It’s Rattlesnake Season

Here’s a shout-out to some of Arizona’s beautiful and fascinating creatures.

Now is the time of year when rattlesnakes are active during daylight hours, enjoying the beautiful sunny spring weather, warming up after a winter of brumation. As the weather gets hotter, they become more active at night. They are experts at camouflage, so watch where you walk, reach when you are in their natural habitat. Keep a close eye on your curious dog as well. It’s a good idea to carry a flashlight at night and keep the volume low on your earbuds so that you might hear the tell-tale sign of their warning rattle.

Living with Rattlesnakes, Arizona Game and Fish Department

The Arizona Game and Fish Department website Living with Rattlesnakes provides help in identifying Arizona’s rattlesnake species. Searching the Arizona State Parks website for ‘rattlesnakes’ gets you information on where you might see them during your explorations.

The State of Arizona Research Library has many resources on rattlesnakes. Those online and on the Arizona Memory Project include advice on how to be safe around venomous reptiles, scientific studies from the Arizona Game & Fish Department, photographs, and publications from the United States Geological Survey on reducing rattlesnake-human conflicts. Our print collection offers books and reports on species of rattlesnakes, ecology and other scientific studies, stories and reminiscences from Arizona history, and federal publications.

April typically an active month for rattlesnakes, Arizona Game and Fish Department

Reading Arizona offers free eBooks and audiobooks. Rattlesnake resources include children’s books, scientific guides, Arizona history, and rattlesnakes as characters in novels!

If you are bitten by a rattlesnake, call 911 or head to the nearest emergency room as soon as possible. Envenomated pets should be immediately transported to the nearest emergency veterinary clinic. Do not bring the rattlesnake with you. Medical personnel do not need the rattlesnake to know how to treat the patient- the same antivenom is used regardless of the rattlesnake species. Do not cut open or suck on the puncture wounds and do not use a tourniquet. All of these are old-wives’ tales that are no longer supported by medical research.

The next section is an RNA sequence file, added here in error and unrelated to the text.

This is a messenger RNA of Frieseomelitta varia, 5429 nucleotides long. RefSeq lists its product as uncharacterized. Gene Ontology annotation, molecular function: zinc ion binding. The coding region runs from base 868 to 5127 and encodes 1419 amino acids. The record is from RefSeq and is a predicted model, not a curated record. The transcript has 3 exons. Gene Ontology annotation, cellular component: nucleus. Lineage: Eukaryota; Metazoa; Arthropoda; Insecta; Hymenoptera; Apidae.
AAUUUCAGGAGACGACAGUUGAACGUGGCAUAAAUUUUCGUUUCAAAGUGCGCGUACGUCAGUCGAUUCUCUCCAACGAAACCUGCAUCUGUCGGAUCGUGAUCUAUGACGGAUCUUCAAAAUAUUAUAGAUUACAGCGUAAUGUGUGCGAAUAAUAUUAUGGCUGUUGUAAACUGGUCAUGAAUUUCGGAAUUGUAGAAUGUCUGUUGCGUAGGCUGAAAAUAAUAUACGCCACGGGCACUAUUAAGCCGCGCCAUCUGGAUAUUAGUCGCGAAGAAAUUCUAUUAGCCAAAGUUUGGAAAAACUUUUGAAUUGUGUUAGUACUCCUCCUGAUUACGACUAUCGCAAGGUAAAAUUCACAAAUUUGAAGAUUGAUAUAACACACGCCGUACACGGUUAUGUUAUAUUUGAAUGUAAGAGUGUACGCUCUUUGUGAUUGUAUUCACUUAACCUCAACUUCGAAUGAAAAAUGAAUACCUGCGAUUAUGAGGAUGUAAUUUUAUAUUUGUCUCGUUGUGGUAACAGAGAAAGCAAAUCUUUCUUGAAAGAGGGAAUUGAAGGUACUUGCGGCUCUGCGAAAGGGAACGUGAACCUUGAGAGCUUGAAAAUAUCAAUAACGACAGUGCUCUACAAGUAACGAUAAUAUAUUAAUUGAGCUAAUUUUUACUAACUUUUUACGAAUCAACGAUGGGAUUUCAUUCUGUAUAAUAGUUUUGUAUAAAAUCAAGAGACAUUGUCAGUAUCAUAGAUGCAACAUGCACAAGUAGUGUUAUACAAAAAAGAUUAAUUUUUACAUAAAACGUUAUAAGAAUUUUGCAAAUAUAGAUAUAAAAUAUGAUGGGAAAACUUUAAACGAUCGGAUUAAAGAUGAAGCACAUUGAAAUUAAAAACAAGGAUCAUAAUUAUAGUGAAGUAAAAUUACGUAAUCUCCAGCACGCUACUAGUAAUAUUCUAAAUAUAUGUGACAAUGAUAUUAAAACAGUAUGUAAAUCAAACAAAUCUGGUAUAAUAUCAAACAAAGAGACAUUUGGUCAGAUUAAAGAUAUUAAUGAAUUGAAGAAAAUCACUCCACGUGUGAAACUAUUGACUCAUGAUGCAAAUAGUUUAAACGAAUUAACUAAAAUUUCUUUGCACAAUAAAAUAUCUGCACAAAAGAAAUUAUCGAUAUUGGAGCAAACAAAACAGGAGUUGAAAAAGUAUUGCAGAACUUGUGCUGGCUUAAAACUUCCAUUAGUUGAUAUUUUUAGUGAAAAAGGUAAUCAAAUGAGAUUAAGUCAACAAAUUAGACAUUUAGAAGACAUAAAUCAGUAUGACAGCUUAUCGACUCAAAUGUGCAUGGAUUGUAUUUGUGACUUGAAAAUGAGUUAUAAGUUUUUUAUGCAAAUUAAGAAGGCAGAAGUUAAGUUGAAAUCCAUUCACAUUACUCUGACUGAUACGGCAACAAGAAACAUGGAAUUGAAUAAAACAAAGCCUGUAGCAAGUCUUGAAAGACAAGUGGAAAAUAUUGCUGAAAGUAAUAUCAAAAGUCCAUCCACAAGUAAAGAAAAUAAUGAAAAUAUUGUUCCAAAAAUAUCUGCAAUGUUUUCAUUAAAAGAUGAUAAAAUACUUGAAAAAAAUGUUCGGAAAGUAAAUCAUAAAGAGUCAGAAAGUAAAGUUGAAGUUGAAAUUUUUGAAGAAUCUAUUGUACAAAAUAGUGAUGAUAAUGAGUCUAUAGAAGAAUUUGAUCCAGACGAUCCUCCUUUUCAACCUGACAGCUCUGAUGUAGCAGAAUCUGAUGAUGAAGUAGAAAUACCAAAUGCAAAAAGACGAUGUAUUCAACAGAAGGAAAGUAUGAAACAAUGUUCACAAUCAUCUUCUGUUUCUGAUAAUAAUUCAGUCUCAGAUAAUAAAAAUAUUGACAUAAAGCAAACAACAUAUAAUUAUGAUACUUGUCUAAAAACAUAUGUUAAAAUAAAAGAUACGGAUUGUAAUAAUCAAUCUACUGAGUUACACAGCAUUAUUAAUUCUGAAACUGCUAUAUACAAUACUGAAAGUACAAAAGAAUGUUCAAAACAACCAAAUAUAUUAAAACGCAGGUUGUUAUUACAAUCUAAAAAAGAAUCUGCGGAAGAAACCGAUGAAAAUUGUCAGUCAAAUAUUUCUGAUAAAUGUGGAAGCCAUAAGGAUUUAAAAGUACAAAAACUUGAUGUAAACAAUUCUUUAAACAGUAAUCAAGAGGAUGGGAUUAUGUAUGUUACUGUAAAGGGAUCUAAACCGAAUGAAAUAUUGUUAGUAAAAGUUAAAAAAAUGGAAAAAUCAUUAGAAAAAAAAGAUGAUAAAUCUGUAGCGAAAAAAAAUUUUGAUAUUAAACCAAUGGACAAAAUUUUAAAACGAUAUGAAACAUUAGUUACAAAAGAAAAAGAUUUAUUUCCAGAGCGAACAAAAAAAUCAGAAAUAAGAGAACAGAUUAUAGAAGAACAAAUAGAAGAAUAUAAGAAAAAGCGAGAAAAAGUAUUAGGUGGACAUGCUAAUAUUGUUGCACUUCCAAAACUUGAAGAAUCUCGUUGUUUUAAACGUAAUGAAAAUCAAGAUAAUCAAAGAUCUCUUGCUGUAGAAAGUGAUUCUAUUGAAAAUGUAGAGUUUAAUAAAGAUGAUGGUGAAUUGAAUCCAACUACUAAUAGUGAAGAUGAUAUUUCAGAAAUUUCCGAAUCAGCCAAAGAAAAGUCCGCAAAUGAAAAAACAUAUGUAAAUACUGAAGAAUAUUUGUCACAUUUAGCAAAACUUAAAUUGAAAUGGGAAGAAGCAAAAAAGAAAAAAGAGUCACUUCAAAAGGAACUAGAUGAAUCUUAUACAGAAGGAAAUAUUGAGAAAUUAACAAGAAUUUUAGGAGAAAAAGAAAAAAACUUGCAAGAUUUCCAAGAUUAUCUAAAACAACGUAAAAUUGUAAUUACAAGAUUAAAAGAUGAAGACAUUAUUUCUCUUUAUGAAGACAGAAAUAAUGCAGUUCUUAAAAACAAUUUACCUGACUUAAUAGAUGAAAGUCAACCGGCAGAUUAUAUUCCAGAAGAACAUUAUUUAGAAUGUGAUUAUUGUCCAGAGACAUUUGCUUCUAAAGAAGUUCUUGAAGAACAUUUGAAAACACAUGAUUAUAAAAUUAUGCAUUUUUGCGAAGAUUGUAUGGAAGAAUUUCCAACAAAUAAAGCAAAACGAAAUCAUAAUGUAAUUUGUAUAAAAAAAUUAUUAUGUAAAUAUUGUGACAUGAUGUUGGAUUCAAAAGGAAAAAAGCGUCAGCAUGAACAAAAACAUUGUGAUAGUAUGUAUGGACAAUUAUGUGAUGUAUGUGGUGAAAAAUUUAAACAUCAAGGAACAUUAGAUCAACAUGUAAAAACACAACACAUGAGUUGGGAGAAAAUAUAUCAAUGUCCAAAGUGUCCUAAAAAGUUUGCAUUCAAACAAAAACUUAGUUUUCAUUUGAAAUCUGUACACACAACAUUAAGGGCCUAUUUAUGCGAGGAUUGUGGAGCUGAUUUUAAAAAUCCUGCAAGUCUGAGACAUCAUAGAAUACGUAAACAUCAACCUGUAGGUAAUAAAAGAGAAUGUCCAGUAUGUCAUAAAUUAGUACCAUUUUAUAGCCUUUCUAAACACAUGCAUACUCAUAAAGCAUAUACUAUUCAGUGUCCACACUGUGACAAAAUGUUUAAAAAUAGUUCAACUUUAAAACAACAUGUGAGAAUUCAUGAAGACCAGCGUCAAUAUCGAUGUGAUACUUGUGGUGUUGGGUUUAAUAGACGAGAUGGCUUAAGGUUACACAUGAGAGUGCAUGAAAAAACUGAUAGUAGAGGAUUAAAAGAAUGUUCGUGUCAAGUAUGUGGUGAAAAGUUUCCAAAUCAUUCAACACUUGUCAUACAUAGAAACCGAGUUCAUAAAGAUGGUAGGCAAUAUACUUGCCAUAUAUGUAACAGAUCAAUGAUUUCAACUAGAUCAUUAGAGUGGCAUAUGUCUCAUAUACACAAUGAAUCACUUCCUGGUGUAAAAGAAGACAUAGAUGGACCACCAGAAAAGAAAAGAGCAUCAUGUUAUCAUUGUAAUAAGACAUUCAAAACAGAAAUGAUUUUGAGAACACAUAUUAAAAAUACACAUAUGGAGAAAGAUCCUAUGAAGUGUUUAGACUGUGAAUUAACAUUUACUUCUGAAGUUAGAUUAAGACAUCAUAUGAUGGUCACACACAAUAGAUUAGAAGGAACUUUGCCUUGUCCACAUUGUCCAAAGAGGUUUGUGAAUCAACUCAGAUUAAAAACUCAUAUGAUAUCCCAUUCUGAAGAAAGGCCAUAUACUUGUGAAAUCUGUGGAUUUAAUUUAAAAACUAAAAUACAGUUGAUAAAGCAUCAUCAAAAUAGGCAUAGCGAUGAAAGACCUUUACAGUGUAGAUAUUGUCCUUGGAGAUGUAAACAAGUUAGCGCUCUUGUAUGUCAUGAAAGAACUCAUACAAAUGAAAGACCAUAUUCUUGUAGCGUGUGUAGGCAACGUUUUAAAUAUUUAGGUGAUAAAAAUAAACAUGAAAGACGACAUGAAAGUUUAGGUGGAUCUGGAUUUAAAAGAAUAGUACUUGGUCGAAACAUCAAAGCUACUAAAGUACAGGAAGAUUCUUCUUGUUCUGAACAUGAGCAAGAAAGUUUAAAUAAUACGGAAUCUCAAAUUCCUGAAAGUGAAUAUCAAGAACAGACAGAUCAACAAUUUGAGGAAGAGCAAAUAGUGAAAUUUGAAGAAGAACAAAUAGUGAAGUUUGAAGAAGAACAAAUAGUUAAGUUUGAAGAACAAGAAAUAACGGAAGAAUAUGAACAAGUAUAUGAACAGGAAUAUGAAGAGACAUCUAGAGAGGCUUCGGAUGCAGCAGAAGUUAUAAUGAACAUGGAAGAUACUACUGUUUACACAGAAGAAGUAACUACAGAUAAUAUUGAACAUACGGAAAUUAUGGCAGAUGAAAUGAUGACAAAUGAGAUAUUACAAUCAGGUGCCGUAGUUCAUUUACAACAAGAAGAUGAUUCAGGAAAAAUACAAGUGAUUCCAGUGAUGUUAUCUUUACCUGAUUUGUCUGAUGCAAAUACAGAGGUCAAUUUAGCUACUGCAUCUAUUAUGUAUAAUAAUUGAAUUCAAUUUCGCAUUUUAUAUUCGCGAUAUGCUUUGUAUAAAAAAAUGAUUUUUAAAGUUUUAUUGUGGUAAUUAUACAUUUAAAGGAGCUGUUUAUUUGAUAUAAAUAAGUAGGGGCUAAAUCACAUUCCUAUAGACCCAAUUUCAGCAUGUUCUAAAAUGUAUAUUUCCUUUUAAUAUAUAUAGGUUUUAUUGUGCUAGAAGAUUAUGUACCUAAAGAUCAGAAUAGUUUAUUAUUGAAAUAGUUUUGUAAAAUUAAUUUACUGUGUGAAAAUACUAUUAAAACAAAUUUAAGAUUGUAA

Also, please don’t do this:

Or this:

Law and State Government Research

If you’re looking for information about Arizona state government or Arizona law, we have a great place for you to start.

state seal

We’ve assembled a collection of state agency histories that summarize many of the agencies, boards, and commissions that work to carry out laws enacted by the State Legislature. There are currently almost 150 agencies, boards, and commissions, both current and repealed or absorbed, on our website.

Each history provides a revision date so you can tell how current the information is. Attempts are made to update the histories on an annual basis, with an exception for those that no longer exist. Agencies led by an elected official (eg., Governor’s Office, Secretary of State) are not included.

The histories are in alphabetical order and are also searchable not only by title, but by the information within each history.

agency hx

You can start here for the statutes that authorized the agency, a description of the work it does, whether it is headed by an executive director or board. You can also read about how its responsibilities have changed over time, and a list of statutes, regulations, audits, websites, and other useful information. Links are provided where possible so that researchers can view the primary resource for themselves.

That’s a good place to start.

But if you need assistance, you can always reach us Monday through Friday 8am-4pm at the Polly Rosenbaum History and Archives Building, by calling us at (602)926-3270, or by sending us your question.

Happy researching!

New Arizona Historic Newspapers Now Online!

Two historic Arizona newspapers, the Winslow Mail (Winslow, AZ) and El Mosquito (Tucson, AZ), are now available to the public on the Library of Congress’ Chronicling America website. The newspapers represent the first 10,000 pages of over 100,000 pages to be digitized through a grant from the National Endowment for the Humanities (NEH) as part of the National Digital Newspaper Program (NDNP).

Winslow MailThe Winslow Mail delivered general news of northern Arizona and the Santa Fe Railway, as well as ranching and agricultural news. It is now available online from 1897 to 1926.

In 1897, John F. Wallace was the editor and publisher. Known fondly as “Uncle Jimmy,” Wallace participated in local politics, and his political interests permeated the Mail. After 1901, the Winslow Mail shifted hands several times. Owners and editors included Lloyd C. Henning from the Holbrook Argus and L.V. Root, a former editor of the Needles Nugget in California. The Winslow Mail was published for 113 years, ceasing operations in 2007.

El Mosquito

El Mosquito, was a weekly Spanish-language newspaper helmed by editor and publisher Felipe Hale. It delivered general local news, news from Mexico, and humorous columns to its Tucson, Arizona audience. It was also known for its sharp tongue and lively writing. Its slogan, appearing in its first few years of publication, was “Pica, pero no hace roncha” (“It stings, but it doesn’t leave a mark.”) El Mosquito ran from 1919-1925, the paper’s entire run is available online.

In 2017, the Arizona State Library, Archives and Public Records received a grant as part of the National Digital Newspaper Program to begin this digitization work. The newspapers will also be available on the Arizona Memory Project website in the near future.

The State of Arizona Research Library is excited to make these historic newspapers digitally available to the public. Look for additional newspaper titles to be available online soon!